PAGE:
How Kim Jong Un's Family Uses the Korean War to Stay in Power

North Korean leader Kim Jong Un inspected the Command of the Strategic Force of the Korean People's Army (KPA) in an unknown location in North Korea in this undated photo released by North Korea's Korean Central News Agency (KCNA) on August 15, 2017. KCNA/via REUTERS

Newsweek published this story under the headline of "The Mind of Pyongyang" on August 18, 1997. Due to a further deteriorating relationship between the United States and North Korea relationship 20 years later, Newsweek is republishing the story.

AS A BIG-POWER PATRON OF North Korea, the Soviet Union had unusually close insight into the shuttered Pyongyang regime. Alexandre Mansourov was a Soviet diplomat in Pyongyang from 1987 to 1989, and a student at Kim Il Sung University. He is now a research fellow at Columbia University in New York, where talks among the major combatants in the Korean War began last week. He spoke to NEWSWEEK'S Tony Emerson. Excerpts:

Are the North Koreans serious about peace?

Yes, this time I'm sure they are serious. The prime motivation is to ensure the survival of the state itself. They see these talks as the only guarantee that, if they gain political recognition from the United States, South Korea will not swallow them up.

What about all their promises to unify Korea under the glorious vision of socialism?

They're pragmatic. They've been in the United Nations with the South since 1991, offering de facto recognition to South Korea. They'll just readjust their propaganda.

Readjust? My Impression is that they're constantly refighting the Korean War.

The Korean War indeed has been refought constantly in the North Korean public mind. As long as this regime is in power, they will continue to derive legitimacy from the so-called victory in the Korean War. But the "Great Leader," Kim II Sung, with all his accomplishments, failed to sign a peace treaty. If his son Kim Jong Il is able to say, "I brought peace home," it will give him tremendous legitimacy. He could say he's done something even his father hasn't done.

Is Kim close to taking his father's posts as president and party leader?

I have a rather unusual piece of news. A Russian -- I can't say who -- just received an official invitation to the Inaugural event. There's no indication of a date yet. But they requested that he set aside his free time in October. Ten other people in Russia received the same invitation. This is the first credible sign that they are planning the Inauguration of Kim Jong Il as president.

How important is that?

To some extent it's irrelevant. The key post is his position as the Great Leader. But one reason for the delay of his Inauguration is that he is supposed to address the nation, unleash the new era. One North Korean official admitted they wasted three years, failing to put together this new package, telling the nation what Kim Jong Il is all about. In June a delegation from the Russian state Duma to Pyongyang were told that a "market oriented" package is under consideration -- of course, North Korean style. They want to introduce convertible currency without free markets or prices. They're not ready yet to go all the way with reform. The plan includes "corporatization" of currently unused industrial facilities, with Russian management. That means they would issue stock to management and employees, and allow them to sell it to institutional investors.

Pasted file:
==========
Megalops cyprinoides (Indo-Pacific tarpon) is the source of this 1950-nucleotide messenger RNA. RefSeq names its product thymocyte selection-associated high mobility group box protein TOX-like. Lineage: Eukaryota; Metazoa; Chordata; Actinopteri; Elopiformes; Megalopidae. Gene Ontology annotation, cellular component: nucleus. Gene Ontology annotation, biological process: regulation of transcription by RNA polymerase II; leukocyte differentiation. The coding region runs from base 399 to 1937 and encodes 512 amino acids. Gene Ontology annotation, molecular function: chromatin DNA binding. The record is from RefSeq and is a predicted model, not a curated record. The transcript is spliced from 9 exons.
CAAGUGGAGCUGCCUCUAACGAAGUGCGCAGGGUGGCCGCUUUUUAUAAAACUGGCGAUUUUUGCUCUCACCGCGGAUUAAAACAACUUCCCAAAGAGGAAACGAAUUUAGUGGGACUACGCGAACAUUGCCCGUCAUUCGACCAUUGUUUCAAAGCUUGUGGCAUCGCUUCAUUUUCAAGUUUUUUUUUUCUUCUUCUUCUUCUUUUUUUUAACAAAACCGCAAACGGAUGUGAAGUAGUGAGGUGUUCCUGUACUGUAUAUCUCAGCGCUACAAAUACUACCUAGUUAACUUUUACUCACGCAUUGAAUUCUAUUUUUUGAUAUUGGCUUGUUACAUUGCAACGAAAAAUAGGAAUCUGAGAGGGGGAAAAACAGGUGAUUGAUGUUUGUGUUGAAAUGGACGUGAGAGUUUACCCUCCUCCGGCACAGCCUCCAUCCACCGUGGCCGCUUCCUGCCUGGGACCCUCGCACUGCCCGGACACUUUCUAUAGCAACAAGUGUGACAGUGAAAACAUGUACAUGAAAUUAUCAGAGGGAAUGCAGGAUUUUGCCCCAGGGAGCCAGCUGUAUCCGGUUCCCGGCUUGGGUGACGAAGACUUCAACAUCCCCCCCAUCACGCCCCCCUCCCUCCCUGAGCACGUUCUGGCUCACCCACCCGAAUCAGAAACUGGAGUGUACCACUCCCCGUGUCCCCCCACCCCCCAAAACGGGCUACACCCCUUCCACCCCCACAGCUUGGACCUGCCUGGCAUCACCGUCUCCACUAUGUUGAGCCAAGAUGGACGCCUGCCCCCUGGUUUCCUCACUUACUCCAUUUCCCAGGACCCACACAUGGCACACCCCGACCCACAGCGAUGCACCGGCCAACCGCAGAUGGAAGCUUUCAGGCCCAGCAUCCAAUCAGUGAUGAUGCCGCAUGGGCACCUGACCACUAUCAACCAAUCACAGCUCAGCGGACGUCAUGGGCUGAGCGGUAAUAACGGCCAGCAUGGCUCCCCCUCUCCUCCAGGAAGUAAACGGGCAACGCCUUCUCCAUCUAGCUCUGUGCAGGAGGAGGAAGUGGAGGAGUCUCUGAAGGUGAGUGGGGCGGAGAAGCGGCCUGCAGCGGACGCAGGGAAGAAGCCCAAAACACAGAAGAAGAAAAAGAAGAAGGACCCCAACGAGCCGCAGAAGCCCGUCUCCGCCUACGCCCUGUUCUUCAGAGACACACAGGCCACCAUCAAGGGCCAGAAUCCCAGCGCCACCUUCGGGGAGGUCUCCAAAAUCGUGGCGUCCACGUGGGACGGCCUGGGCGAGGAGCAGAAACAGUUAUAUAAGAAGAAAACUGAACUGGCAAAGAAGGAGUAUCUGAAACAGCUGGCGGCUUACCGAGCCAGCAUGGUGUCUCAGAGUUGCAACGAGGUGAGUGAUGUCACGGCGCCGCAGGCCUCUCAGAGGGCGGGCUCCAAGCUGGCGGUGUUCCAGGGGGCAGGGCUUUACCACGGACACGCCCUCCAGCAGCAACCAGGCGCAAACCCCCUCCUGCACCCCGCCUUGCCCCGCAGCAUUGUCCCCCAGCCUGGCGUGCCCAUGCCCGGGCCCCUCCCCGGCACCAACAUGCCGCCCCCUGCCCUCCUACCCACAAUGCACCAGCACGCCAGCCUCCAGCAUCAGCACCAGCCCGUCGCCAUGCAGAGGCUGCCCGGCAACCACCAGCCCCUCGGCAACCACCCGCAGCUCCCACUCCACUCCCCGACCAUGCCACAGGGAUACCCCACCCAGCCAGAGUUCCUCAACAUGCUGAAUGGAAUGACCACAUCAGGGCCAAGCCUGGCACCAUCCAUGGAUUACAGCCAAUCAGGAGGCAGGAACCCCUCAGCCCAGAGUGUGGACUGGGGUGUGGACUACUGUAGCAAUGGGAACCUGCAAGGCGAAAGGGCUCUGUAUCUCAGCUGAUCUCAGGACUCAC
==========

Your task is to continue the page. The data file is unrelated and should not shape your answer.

Does this amount to real reform?

The paradox of North Korea is foreign-policy reform and domestic-policy stagnation. In three or four years, they've come far in relations with the United States -- getting nuclear power, for God's sake, from the enemy! We're talking about confidence building, economic aid, humanitarian aid. This foreign policy can be described as pretty constructive and active for a so-called rogue state that's usually invisible except for terrorism. On the other hand, we hear about domestic-policy disputes but see few changes in economic or social policy despite great economic distress. Trying to explain this paradox, what comes to mind is the Soviet and Chinese model: they started by reforming their foreign policy.

One week North Korea is invading the DMZ, the next it is agreeing to respect the armistice -- how does this square with a pragmatic foreign policy?

In my mind -- maybe I have a twisted mind, too -- it squares perfectly. You want everyone constantly to take you seriously. Because if they stop taking you seriously, they will see you not even as a rogue state but as a beggar. Your bargaining leverage will decline. They will continue to remind everybody that they can be a nuisance.

On domestic stagnation -- what about reports of black markets and the breakdown of internal travel controls in response to the famine?

The central government is losing a degree of control, but you have to understand how their propaganda works. They've been preaching juche -- self-reliance -- for 40 years. If anything, what's happening now in terms of increasing decentralization is presented as the ultimate implementation of juche. It's not a serious threat to central control.

Do you see any prospect of a quick break-through in the talks, so Kim Jong II can present peace at his Inauguration?

The Agreed Framework (in which North Korea traded nuclear-weapons capability for new nuclear-energy plants) was signed basically overnight. The meaningful discussion started in August (1994), and in October they signed the deal. Everyone knows what's supposed to be in this treaty; it's just horse trading now. The closer we are to the unleashing of the new era of Kim Jong Il -- it could be October, it could be later -- the more pragmatic they will become, and the more likely they are to close their eyes and accept things they don't like.